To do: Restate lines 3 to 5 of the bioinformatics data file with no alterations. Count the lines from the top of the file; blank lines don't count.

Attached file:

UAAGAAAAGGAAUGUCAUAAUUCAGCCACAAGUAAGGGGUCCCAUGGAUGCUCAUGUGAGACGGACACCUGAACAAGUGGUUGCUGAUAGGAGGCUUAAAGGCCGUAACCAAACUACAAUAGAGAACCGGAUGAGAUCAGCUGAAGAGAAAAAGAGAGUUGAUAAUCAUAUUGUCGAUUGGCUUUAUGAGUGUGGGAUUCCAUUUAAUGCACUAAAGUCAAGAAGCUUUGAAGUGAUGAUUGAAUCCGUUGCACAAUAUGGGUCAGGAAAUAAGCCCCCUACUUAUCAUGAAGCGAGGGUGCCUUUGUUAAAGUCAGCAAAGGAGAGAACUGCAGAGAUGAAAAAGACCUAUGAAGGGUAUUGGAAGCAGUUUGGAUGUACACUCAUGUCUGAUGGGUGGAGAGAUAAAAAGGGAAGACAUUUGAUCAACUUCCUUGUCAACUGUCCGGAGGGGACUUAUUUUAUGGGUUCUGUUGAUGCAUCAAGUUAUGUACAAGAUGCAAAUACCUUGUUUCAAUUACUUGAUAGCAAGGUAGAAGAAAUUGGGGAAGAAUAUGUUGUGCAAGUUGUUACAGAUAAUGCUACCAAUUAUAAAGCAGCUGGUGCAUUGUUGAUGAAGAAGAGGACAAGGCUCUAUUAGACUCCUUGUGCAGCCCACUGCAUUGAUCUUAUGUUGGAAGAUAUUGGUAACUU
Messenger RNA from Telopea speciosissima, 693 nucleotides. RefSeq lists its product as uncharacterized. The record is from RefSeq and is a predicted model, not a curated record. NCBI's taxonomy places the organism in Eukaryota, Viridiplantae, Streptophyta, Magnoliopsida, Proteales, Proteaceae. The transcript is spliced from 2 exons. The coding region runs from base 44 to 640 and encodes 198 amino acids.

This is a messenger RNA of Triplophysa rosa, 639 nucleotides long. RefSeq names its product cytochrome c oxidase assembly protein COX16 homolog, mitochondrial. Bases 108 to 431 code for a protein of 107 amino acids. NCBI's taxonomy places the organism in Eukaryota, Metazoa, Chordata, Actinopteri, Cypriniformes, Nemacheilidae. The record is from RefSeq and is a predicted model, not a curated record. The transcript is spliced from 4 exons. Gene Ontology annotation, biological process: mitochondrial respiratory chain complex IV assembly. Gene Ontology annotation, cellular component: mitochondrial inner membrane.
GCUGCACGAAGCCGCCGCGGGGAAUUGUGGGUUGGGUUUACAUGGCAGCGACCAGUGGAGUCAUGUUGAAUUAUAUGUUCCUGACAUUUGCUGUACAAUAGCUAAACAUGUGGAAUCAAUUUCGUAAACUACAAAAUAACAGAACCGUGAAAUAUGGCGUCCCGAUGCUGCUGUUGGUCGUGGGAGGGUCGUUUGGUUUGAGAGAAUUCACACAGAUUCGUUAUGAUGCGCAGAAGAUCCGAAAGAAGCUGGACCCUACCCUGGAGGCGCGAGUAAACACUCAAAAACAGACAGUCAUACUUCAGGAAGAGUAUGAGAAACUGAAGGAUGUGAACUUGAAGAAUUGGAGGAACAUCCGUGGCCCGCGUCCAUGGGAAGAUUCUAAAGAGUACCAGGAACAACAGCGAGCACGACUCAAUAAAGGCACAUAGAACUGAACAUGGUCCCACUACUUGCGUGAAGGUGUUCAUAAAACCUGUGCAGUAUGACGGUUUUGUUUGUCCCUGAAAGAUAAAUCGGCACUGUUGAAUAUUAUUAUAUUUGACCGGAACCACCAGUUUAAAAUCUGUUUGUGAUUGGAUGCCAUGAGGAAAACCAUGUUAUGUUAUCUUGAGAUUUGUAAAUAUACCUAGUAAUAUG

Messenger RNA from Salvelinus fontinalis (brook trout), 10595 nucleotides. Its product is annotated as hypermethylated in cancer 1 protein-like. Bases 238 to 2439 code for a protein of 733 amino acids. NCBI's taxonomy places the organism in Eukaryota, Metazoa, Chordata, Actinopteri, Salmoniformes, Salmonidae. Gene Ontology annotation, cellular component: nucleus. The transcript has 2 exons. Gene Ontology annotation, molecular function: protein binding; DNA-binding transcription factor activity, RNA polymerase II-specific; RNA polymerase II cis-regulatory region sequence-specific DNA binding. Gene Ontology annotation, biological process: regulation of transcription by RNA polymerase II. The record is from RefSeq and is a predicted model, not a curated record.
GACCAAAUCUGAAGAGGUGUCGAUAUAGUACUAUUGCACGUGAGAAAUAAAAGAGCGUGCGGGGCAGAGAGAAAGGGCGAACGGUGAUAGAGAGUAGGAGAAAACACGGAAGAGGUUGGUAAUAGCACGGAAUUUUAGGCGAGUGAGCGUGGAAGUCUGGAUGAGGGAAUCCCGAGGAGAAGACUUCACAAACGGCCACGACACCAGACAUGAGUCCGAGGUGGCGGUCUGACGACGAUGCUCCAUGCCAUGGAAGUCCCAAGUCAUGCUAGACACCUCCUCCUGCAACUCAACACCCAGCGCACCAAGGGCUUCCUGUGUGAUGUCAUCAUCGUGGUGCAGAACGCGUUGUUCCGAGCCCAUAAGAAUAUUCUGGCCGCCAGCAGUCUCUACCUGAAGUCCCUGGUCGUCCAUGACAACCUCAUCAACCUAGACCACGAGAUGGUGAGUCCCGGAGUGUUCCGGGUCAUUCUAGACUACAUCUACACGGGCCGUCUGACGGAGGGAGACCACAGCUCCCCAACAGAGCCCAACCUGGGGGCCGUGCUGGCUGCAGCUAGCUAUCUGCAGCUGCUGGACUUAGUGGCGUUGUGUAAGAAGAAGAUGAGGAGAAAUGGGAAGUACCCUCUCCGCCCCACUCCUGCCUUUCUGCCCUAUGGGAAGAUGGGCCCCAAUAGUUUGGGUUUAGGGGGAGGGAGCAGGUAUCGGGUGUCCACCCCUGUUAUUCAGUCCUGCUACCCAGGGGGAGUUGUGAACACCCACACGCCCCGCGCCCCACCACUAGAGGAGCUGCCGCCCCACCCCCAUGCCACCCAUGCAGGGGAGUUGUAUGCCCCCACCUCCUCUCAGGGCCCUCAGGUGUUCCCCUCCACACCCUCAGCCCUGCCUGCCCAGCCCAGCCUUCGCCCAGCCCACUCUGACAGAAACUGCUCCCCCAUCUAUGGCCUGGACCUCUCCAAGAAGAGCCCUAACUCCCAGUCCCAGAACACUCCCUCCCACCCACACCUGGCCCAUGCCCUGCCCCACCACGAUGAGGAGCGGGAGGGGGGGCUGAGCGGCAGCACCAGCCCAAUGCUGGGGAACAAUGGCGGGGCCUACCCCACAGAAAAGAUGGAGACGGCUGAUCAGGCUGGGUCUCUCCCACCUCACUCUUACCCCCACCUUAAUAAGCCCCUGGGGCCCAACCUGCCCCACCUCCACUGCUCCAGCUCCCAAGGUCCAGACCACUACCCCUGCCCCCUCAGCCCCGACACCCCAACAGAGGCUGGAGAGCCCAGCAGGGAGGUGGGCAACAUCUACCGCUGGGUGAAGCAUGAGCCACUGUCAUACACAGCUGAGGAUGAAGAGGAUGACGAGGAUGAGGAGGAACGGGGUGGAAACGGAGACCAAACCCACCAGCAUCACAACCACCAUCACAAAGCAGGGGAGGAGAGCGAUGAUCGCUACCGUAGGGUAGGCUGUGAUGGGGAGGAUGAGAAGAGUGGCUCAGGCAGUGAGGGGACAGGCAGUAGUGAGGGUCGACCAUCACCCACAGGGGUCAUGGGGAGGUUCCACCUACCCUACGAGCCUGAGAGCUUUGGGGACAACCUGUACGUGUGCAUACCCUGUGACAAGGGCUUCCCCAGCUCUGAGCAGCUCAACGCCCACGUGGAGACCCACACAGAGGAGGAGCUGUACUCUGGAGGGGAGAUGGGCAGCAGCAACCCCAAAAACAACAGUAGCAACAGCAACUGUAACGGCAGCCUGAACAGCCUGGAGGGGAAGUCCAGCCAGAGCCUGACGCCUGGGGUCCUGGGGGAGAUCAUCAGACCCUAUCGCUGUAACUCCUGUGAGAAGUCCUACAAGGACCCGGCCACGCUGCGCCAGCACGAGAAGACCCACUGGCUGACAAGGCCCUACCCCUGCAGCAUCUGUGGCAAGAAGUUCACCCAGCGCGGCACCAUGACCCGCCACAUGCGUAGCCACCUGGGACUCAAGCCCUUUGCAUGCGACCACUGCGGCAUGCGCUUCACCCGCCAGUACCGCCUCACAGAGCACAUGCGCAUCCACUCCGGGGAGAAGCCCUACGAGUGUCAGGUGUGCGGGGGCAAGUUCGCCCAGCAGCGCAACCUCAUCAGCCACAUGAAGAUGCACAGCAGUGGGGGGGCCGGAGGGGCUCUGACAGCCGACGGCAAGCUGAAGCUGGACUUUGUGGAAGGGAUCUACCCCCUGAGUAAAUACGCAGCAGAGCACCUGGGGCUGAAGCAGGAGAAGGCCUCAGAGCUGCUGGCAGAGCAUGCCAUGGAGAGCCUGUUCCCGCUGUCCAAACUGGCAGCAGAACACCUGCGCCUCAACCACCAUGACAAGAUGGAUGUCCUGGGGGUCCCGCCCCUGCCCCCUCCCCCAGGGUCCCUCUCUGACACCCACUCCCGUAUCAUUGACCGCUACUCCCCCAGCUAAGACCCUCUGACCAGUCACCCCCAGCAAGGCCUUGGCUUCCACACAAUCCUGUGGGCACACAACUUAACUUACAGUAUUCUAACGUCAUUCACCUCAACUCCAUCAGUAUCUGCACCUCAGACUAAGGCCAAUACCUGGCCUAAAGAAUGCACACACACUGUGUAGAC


This is a messenger RNA of Triplophysa rosa, 639 nucleotides long. RefSeq names its product cytochrome c oxidase assembly protein COX16 homolog, mitochondrial. Bases 108 to 431 code for a protein of 107 amino acids. NCBI's taxonomy places the organism in Eukaryota, Metazoa, Chordata, Actinopteri, Cypriniformes, Nemacheilidae. The record is from RefSeq and is a predicted model, not a curated record. The transcript is spliced from 4 exons. Gene Ontology annotation, biological process: mitochondrial respiratory chain complex IV assembly. Gene Ontology annotation, cellular component: mitochondrial inner membrane.
GCUGCACGAAGCCGCCGCGGGGAAUUGUGGGUUGGGUUUACAUGGCAGCGACCAGUGGAGUCAUGUUGAAUUAUAUGUUCCUGACAUUUGCUGUACAAUAGCUAAACAUGUGGAAUCAAUUUCGUAAACUACAAAAUAACAGAACCGUGAAAUAUGGCGUCCCGAUGCUGCUGUUGGUCGUGGGAGGGUCGUUUGGUUUGAGAGAAUUCACACAGAUUCGUUAUGAUGCGCAGAAGAUCCGAAAGAAGCUGGACCCUACCCUGGAGGCGCGAGUAAACACUCAAAAACAGACAGUCAUACUUCAGGAAGAGUAUGAGAAACUGAAGGAUGUGAACUUGAAGAAUUGGAGGAACAUCCGUGGCCCGCGUCCAUGGGAAGAUUCUAAAGAGUACCAGGAACAACAGCGAGCACGACUCAAUAAAGGCACAUAGAACUGAACAUGGUCCCACUACUUGCGUGAAGGUGUUCAUAAAACCUGUGCAGUAUGACGGUUUUGUUUGUCCCUGAAAGAUAAAUCGGCACUGUUGAAUAUUAUUAUAUUUGACCGGAACCACCAGUUUAAAAUCUGUUUGUGAUUGGAUGCCAUGAGGAAAACCAUGUUAUGUUAUCUUGAGAUUUGUAAAUAUACCUAGUAAUAUG

Messenger RNA from Salvelinus fontinalis (brook trout), 10595 nucleotides. Its product is annotated as hypermethylated in cancer 1 protein-like. Bases 238 to 2439 code for a protein of 733 amino acids. NCBI's taxonomy places the organism in Eukaryota, Metazoa, Chordata, Actinopteri, Salmoniformes, Salmonidae. Gene Ontology annotation, cellular component: nucleus. The transcript has 2 exons. Gene Ontology annotation, molecular function: protein binding; DNA-binding transcription factor activity, RNA polymerase II-specific; RNA polymerase II cis-regulatory region sequence-specific DNA binding. Gene Ontology annotation, biological process: regulation of transcription by RNA polymerase II. The record is from RefSeq and is a predicted model, not a curated record.